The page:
Blame game-A A +A
Friday, August 23, 2013
IN EVERY disaster, whether caused by nature or man-made, we often toss the blame on other people and to the government. Sometimes, we even blame God. This can be true because, in many instances, a disaster could not have had happened without some people’s mistake or neglect.
Consider the collision in the seas off Talisay City involving M/V St. Thomas Aquinas of 2GO Shipping and Sulpicio Express Siete of Philippine Span Asia Carrier Corp. (formerly Sulpicio Lines).
As what I wrote in my previous column, human error caused the accident that resulted to the death of more than 70 persons, with many still missing and feared dead.
I pin the blame for the accident on the two captains, Rolito Gilo of Sulpicio and Renan Bermejo of St. Aquinas. They cannot wash their hands of the disaster. They deserve to be punished through the revocation of their licenses and by putting them behind bars.
But I don't know if they will be punished criminally. I still have to hear of a boat captain involved in a sea mishap and surviving it being put to jail. So too shipping lines operators.
Kon mangapriso pa nang nga tag-iya og mga barko, nahurot na unta’g kapriso kanang taga-Sulpicio kay daghan silag barko nga nadisgrasya. Ang mga biktima sa lunod, makig-settle ra man gud pod.
But we will not limit our blame on the ship captains for that maritime disaster.
Consider also this view from our reader, who called himself Smokey:
“The government is to be blamed for the accident involving M/V Sulpicio Express Siete and M/V St. Thomas Aquinas. Condolence to the victims.
“The Maritime Industry Authority (Marina) must be blamed for its failure to check the competence of the captain and crew of a ship. There are ship captains and crew members who lack credentials but still manage to board vessels because of corruption.
“Even vessels that are not seaworthy get to sail because of this. This is common knowledge in the shipping business.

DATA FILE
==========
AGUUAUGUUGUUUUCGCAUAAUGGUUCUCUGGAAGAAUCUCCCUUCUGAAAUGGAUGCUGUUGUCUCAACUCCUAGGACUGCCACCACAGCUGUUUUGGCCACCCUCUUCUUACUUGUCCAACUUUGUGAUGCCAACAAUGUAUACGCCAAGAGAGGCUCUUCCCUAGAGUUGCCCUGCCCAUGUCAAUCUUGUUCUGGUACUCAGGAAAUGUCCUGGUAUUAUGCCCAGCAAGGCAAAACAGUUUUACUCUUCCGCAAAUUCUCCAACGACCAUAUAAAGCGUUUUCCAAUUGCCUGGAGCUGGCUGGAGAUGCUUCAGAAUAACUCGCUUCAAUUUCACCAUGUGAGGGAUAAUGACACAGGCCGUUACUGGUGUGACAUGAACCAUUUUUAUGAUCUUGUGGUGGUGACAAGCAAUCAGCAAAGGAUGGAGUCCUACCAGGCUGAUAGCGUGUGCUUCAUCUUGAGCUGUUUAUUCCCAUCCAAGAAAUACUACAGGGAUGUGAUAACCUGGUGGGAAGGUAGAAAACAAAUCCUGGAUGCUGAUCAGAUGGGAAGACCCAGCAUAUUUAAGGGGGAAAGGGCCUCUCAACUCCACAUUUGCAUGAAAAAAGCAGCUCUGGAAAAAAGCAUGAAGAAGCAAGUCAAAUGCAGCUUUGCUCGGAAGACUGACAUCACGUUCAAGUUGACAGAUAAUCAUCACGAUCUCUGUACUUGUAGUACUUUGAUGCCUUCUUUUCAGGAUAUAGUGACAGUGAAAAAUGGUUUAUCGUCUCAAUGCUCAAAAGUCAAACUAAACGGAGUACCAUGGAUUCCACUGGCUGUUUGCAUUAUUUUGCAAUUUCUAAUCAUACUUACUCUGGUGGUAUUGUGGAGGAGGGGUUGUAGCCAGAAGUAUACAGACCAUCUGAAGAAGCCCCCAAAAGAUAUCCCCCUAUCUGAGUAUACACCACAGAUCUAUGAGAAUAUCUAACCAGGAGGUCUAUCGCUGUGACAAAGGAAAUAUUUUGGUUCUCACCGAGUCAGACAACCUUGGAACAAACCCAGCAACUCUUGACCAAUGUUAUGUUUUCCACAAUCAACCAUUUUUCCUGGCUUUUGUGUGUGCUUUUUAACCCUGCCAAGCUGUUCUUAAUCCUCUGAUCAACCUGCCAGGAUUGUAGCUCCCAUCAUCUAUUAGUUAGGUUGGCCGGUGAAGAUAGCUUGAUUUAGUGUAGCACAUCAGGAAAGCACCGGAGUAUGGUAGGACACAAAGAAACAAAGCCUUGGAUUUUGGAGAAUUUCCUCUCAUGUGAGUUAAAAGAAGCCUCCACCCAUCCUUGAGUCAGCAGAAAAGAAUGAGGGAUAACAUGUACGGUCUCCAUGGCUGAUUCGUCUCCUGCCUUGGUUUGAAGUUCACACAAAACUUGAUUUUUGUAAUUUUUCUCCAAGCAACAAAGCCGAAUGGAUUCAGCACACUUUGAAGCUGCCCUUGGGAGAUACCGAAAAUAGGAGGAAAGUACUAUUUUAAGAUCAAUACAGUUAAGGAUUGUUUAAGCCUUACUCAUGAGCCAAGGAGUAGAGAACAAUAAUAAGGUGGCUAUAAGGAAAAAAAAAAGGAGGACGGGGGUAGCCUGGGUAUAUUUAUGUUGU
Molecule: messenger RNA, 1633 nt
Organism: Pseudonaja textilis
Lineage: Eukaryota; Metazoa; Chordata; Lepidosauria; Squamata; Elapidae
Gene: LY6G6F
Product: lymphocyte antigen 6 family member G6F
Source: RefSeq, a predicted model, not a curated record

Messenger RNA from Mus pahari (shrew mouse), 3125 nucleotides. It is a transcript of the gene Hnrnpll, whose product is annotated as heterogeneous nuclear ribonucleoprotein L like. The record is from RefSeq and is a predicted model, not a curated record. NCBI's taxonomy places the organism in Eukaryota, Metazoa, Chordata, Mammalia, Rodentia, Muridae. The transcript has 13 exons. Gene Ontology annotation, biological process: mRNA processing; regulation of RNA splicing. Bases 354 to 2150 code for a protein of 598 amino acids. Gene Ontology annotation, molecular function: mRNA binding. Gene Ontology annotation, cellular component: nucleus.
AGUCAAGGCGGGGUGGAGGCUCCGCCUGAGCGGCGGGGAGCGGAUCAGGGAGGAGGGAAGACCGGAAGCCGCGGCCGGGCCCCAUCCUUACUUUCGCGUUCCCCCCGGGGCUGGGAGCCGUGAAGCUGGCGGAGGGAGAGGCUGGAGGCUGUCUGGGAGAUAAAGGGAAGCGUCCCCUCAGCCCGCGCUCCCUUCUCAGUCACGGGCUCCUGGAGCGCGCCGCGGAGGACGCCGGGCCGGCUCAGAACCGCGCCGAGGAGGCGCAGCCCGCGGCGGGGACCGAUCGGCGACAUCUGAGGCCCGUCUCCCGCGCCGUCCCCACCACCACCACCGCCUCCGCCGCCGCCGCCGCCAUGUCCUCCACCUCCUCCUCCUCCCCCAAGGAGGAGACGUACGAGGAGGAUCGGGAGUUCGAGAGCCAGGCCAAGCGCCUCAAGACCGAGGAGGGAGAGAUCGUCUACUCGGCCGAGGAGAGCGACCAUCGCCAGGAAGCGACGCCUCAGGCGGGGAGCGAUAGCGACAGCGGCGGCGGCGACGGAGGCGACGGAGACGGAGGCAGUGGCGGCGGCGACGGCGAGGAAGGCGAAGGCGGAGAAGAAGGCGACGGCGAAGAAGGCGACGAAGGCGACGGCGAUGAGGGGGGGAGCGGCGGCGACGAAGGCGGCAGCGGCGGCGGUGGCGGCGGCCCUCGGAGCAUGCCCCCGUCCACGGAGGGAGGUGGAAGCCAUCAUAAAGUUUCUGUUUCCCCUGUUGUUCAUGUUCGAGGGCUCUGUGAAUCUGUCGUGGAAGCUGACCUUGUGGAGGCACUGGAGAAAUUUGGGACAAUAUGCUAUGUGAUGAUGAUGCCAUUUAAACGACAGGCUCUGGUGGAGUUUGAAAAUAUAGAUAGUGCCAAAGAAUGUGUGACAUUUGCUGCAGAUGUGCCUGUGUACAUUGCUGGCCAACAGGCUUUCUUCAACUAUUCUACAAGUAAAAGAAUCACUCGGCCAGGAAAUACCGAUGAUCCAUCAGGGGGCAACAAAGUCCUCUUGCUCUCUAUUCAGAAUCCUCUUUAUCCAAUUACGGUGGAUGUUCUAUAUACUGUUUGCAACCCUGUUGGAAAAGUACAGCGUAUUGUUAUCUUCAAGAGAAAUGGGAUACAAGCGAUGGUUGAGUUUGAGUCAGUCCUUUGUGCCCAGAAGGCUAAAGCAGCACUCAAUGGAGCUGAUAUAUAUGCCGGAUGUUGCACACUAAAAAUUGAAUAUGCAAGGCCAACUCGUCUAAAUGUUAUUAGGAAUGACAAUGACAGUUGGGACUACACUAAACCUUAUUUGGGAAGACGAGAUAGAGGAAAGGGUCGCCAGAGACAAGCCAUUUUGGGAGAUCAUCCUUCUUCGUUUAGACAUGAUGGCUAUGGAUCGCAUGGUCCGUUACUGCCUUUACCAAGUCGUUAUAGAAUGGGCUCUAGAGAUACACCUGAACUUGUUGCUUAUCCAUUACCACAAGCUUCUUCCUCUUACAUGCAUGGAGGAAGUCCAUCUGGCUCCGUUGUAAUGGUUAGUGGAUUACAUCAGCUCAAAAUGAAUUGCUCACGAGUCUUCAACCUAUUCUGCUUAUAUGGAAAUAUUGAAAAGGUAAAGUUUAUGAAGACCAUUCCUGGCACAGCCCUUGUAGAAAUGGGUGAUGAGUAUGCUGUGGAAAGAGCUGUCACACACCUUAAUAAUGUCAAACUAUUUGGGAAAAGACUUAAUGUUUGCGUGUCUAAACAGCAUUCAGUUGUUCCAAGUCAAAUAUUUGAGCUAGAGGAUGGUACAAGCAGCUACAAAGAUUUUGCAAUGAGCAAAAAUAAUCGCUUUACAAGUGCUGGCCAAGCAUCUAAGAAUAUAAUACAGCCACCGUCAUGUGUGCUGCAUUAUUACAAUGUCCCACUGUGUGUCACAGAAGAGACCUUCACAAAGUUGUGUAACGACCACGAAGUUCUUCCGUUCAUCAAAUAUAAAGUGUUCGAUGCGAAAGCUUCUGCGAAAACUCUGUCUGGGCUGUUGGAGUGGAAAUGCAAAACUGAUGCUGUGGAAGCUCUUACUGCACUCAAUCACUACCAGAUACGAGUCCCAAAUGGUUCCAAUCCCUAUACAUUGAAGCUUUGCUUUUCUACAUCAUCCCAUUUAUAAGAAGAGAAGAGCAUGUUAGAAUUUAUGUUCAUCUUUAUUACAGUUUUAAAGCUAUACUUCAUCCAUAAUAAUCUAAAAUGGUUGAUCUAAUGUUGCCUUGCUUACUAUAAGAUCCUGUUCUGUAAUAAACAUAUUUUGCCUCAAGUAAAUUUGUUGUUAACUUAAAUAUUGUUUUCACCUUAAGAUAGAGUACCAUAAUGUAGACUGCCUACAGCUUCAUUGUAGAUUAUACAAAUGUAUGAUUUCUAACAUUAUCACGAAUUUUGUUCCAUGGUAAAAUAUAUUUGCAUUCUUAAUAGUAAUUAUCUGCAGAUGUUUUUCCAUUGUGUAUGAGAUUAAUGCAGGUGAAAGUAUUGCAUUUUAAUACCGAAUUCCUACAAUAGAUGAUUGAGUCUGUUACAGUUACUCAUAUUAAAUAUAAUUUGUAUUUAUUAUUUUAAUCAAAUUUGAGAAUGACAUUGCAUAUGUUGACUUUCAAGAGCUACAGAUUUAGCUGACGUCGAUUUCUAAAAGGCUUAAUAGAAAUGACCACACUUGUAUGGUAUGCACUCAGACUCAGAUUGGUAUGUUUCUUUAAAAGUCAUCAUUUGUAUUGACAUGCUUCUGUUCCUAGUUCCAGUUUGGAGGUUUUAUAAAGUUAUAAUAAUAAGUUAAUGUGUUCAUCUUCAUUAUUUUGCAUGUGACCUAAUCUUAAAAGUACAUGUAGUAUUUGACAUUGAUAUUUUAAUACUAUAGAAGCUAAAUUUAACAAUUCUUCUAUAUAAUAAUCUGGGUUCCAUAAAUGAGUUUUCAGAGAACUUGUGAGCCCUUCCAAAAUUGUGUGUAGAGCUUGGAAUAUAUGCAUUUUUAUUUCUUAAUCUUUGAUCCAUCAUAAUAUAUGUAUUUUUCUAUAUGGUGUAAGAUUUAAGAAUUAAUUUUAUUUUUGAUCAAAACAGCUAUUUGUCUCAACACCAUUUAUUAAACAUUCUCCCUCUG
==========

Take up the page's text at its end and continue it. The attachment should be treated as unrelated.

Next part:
“The Philippine Coast Guard (PCG) is also to blame for the lack of lighted buoys in the channel. These navigational devices could have guided the ships and the collision could have been avoided.
“The PCG is in charge of Solas (Safety of Life at Sea). To avoid a similar incident in the future, the PCG must immediately install navigational aids in the channel.
“The Cebu Port Authority (CPA) must also be blamed for not dredging the channel. CPA is in charge of maintaining the navigability of the channels.
“The Department of Transportation and Communications (DOTC), as the supervising department of all the three government agencies, must also be blamed for incompetence and inefficiency.
“A reliable source said the channel should have been dredged to deepen and widen the sea lanes but for whatever reasons the project is still awaiting approval of the DOTC two years after it was bidded out. Lives would not have been lost had the implementation of this dredging project not been withheld by the DOTC.”
True. I fully agree with the opinion of the letter-writer. As what I have said, let this disaster serve as a lesson and a wake-up call to all maritime industry stakeholders. And that includes the government.
Published in the Sun.Star Cebu newspaper on August 24, 2013.